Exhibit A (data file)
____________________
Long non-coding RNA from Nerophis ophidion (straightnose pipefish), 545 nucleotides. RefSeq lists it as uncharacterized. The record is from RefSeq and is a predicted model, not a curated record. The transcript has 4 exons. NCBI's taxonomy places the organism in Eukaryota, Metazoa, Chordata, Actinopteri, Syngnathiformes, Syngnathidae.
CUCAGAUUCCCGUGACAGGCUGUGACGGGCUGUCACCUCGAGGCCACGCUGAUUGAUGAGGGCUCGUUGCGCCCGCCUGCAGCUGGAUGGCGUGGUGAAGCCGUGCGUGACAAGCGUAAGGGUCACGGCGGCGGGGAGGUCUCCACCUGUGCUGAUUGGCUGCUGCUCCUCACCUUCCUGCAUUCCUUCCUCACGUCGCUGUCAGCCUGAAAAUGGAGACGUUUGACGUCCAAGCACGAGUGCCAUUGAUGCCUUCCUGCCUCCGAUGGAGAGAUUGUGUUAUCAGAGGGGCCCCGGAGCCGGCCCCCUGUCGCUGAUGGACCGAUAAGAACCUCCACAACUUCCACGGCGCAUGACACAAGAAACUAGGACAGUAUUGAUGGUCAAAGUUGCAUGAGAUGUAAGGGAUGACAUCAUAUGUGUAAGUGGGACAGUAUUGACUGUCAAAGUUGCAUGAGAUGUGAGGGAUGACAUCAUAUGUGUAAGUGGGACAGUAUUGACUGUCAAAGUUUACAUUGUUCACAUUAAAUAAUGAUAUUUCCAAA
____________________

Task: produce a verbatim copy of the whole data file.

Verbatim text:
Long non-coding RNA from Nerophis ophidion (straightnose pipefish), 545 nucleotides. RefSeq lists it as uncharacterized. The record is from RefSeq and is a predicted model, not a curated record. The transcript has 4 exons. NCBI's taxonomy places the organism in Eukaryota, Metazoa, Chordata, Actinopteri, Syngnathiformes, Syngnathidae.
CUCAGAUUCCCGUGACAGGCUGUGACGGGCUGUCACCUCGAGGCCACGCUGAUUGAUGAGGGCUCGUUGCGCCCGCCUGCAGCUGGAUGGCGUGGUGAAGCCGUGCGUGACAAGCGUAAGGGUCACGGCGGCGGGGAGGUCUCCACCUGUGCUGAUUGGCUGCUGCUCCUCACCUUCCUGCAUUCCUUCCUCACGUCGCUGUCAGCCUGAAAAUGGAGACGUUUGACGUCCAAGCACGAGUGCCAUUGAUGCCUUCCUGCCUCCGAUGGAGAGAUUGUGUUAUCAGAGGGGCCCCGGAGCCGGCCCCCUGUCGCUGAUGGACCGAUAAGAACCUCCACAACUUCCACGGCGCAUGACACAAGAAACUAGGACAGUAUUGAUGGUCAAAGUUGCAUGAGAUGUAAGGGAUGACAUCAUAUGUGUAAGUGGGACAGUAUUGACUGUCAAAGUUGCAUGAGAUGUGAGGGAUGACAUCAUAUGUGUAAGUGGGACAGUAUUGACUGUCAAAGUUUACAUUGUUCACAUUAAAUAAUGAUAUUUCCAAA